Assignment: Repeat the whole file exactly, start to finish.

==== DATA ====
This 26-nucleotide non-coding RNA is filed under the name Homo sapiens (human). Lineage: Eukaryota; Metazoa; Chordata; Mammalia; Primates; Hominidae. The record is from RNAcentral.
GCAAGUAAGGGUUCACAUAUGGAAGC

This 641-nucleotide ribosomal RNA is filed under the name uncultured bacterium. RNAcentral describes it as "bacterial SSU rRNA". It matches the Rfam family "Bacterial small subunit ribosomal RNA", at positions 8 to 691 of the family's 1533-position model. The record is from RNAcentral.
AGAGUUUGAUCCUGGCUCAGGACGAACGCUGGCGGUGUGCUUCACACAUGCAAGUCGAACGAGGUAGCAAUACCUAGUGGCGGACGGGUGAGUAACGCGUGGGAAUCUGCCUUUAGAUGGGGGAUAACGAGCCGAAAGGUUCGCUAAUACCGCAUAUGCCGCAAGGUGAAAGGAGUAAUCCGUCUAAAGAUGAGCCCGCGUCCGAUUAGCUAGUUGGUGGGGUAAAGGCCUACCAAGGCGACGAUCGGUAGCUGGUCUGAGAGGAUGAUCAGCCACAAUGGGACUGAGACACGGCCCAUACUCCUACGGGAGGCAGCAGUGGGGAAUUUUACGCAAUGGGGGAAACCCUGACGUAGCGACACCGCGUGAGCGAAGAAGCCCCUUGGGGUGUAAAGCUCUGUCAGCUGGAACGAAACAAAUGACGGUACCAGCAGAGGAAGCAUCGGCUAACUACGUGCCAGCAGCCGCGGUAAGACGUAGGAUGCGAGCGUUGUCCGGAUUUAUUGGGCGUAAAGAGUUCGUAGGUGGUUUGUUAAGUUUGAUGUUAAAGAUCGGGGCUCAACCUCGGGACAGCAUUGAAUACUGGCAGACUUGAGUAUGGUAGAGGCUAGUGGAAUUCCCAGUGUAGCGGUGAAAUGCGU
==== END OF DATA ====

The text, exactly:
This 26-nucleotide non-coding RNA is filed under the name Homo sapiens (human). Lineage: Eukaryota; Metazoa; Chordata; Mammalia; Primates; Hominidae. The record is from RNAcentral.
GCAAGUAAGGGUUCACAUAUGGAAGC

This 641-nucleotide ribosomal RNA is filed under the name uncultured bacterium. RNAcentral describes it as "bacterial SSU rRNA". It matches the Rfam family "Bacterial small subunit ribosomal RNA", at positions 8 to 691 of the family's 1533-position model. The record is from RNAcentral.
AGAGUUUGAUCCUGGCUCAGGACGAACGCUGGCGGUGUGCUUCACACAUGCAAGUCGAACGAGGUAGCAAUACCUAGUGGCGGACGGGUGAGUAACGCGUGGGAAUCUGCCUUUAGAUGGGGGAUAACGAGCCGAAAGGUUCGCUAAUACCGCAUAUGCCGCAAGGUGAAAGGAGUAAUCCGUCUAAAGAUGAGCCCGCGUCCGAUUAGCUAGUUGGUGGGGUAAAGGCCUACCAAGGCGACGAUCGGUAGCUGGUCUGAGAGGAUGAUCAGCCACAAUGGGACUGAGACACGGCCCAUACUCCUACGGGAGGCAGCAGUGGGGAAUUUUACGCAAUGGGGGAAACCCUGACGUAGCGACACCGCGUGAGCGAAGAAGCCCCUUGGGGUGUAAAGCUCUGUCAGCUGGAACGAAACAAAUGACGGUACCAGCAGAGGAAGCAUCGGCUAACUACGUGCCAGCAGCCGCGGUAAGACGUAGGAUGCGAGCGUUGUCCGGAUUUAUUGGGCGUAAAGAGUUCGUAGGUGGUUUGUUAAGUUUGAUGUUAAAGAUCGGGGCUCAACCUCGGGACAGCAUUGAAUACUGGCAGACUUGAGUAUGGUAGAGGCUAGUGGAAUUCCCAGUGUAGCGGUGAAAUGCGU